It’s not often you find a husband and wife duo come together to make an album as endearing and soothing as the self-titled debut from Lost Chimes. Combining sounds similar to “Oh Hellos” and “Oh Wonder” the pair has put together a compellingly cohesive folk pop project that is an immensely pleasurable listen.
Last year, they release a cover of what can be described to me as an all time personal favourite track – Joy Division’s iconic ‘Love Will Tear Us Apart’. Reimagining the British rock anthem, Lost Chimes transformed the garage rock energy of the original into a serenading folk anthem. Gemma Kirk’s vocal performance on this track is simply magical, somehow taking a chorus that is so firmly ingrained into my mind and making me attach a whole new set of meanings to it. Nicky’s guitar in the background, simultaneously eerie and illuminating is the perfect compliment to his wife’s voice.
Predictably then, I was eager to hear the rest of the project after such a magnificent cover. The result was more than impressive, a perfectly enjoyable 40 minute album to soothe the senses. All in all, the project offers an imaginative escape into a wholly immersive folk soundscape, one that is populated with classic folk topics – that of life, death, hope, and loss.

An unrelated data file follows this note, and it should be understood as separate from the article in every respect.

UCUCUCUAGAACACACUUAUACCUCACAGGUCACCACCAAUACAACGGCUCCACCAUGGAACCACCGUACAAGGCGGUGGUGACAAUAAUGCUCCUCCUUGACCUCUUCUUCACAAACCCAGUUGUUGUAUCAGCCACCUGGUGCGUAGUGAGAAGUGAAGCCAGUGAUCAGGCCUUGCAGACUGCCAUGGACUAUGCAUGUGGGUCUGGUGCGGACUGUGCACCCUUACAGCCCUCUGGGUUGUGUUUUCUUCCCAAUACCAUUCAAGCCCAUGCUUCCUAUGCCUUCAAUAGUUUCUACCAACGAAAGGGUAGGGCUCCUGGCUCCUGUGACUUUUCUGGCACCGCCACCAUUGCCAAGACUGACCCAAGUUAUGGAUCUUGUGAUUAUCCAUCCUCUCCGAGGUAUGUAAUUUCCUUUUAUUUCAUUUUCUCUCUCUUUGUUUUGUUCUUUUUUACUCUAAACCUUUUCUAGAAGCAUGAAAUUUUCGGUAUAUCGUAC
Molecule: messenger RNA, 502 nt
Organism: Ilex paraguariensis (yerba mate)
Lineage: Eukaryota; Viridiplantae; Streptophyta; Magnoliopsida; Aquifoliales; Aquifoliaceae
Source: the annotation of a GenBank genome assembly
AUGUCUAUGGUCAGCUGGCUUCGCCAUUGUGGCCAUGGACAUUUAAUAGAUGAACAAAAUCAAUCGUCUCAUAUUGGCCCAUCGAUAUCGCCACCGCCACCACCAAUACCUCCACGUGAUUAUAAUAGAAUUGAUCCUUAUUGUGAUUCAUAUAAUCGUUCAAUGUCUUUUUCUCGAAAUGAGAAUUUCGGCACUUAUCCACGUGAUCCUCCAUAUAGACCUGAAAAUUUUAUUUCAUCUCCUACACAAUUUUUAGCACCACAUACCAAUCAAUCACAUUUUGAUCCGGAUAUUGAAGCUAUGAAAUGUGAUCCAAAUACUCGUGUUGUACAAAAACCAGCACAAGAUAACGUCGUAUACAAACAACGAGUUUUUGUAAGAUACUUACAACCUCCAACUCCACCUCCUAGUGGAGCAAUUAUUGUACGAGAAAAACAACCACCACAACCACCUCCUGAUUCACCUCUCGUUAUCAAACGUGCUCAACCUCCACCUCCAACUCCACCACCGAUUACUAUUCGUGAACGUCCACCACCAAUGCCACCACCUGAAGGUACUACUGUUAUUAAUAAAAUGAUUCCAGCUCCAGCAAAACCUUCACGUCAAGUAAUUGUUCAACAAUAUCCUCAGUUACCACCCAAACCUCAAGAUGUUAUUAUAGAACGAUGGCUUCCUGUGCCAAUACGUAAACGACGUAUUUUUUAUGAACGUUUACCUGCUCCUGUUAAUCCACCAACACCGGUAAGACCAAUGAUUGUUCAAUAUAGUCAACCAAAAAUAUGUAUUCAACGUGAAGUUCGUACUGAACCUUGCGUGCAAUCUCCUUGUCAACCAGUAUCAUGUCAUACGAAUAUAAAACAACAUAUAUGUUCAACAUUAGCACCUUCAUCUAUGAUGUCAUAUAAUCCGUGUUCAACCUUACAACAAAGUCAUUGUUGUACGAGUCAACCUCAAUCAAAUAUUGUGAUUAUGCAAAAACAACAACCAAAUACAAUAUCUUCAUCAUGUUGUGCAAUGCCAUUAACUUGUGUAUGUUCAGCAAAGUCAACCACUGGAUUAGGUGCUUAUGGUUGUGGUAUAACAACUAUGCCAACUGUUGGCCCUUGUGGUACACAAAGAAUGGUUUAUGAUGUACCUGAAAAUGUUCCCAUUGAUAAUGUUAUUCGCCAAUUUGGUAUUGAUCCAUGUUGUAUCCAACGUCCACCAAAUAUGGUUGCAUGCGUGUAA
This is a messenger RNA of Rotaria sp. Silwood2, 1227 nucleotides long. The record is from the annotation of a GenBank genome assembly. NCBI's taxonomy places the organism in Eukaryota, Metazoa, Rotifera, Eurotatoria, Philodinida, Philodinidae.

The opening track, Island, had its video released in March of this year. Filled with fantastical imagery, it’s a truly mesmerising, almost hypnotic, visual experience. It’s the ideal opener, immediately giving the listener a clear idea of what the project is going to be filled with. A homely and hopeful piece, it’s a mollifying 4 minute ode. Immediately, the vibe takes a slightly more assertive tone in ‘Voices’. Here the strumming is more pronounced and Gemma’s voice is more dominating.
But to me, the stand out is the penultimate piece of the album. ‘Let It Go (Dogs)’ is eerie, dark, yet strangely purgative. The same energy that the pair radiates on their Joy Division cover is meticulously reworked into their own original piece here. The stripped back and subtly sedative sonance is simply unparalleled.
It’s important to also note that the project was recorded with the assistance of the pair’s long-term collaborator and engineer, the late John Hannon. In the pair’s own words, “John significantly helped to create a sound and vision for their debut and also performed violin, clarinet and additional instrumentation on the album.”
For those who enjoy dabbling in folk music, particularly the type driven by more meditative and eerie feel rather than a poppy one, Lost Chime’s self titled debut project is the perfect listening experience.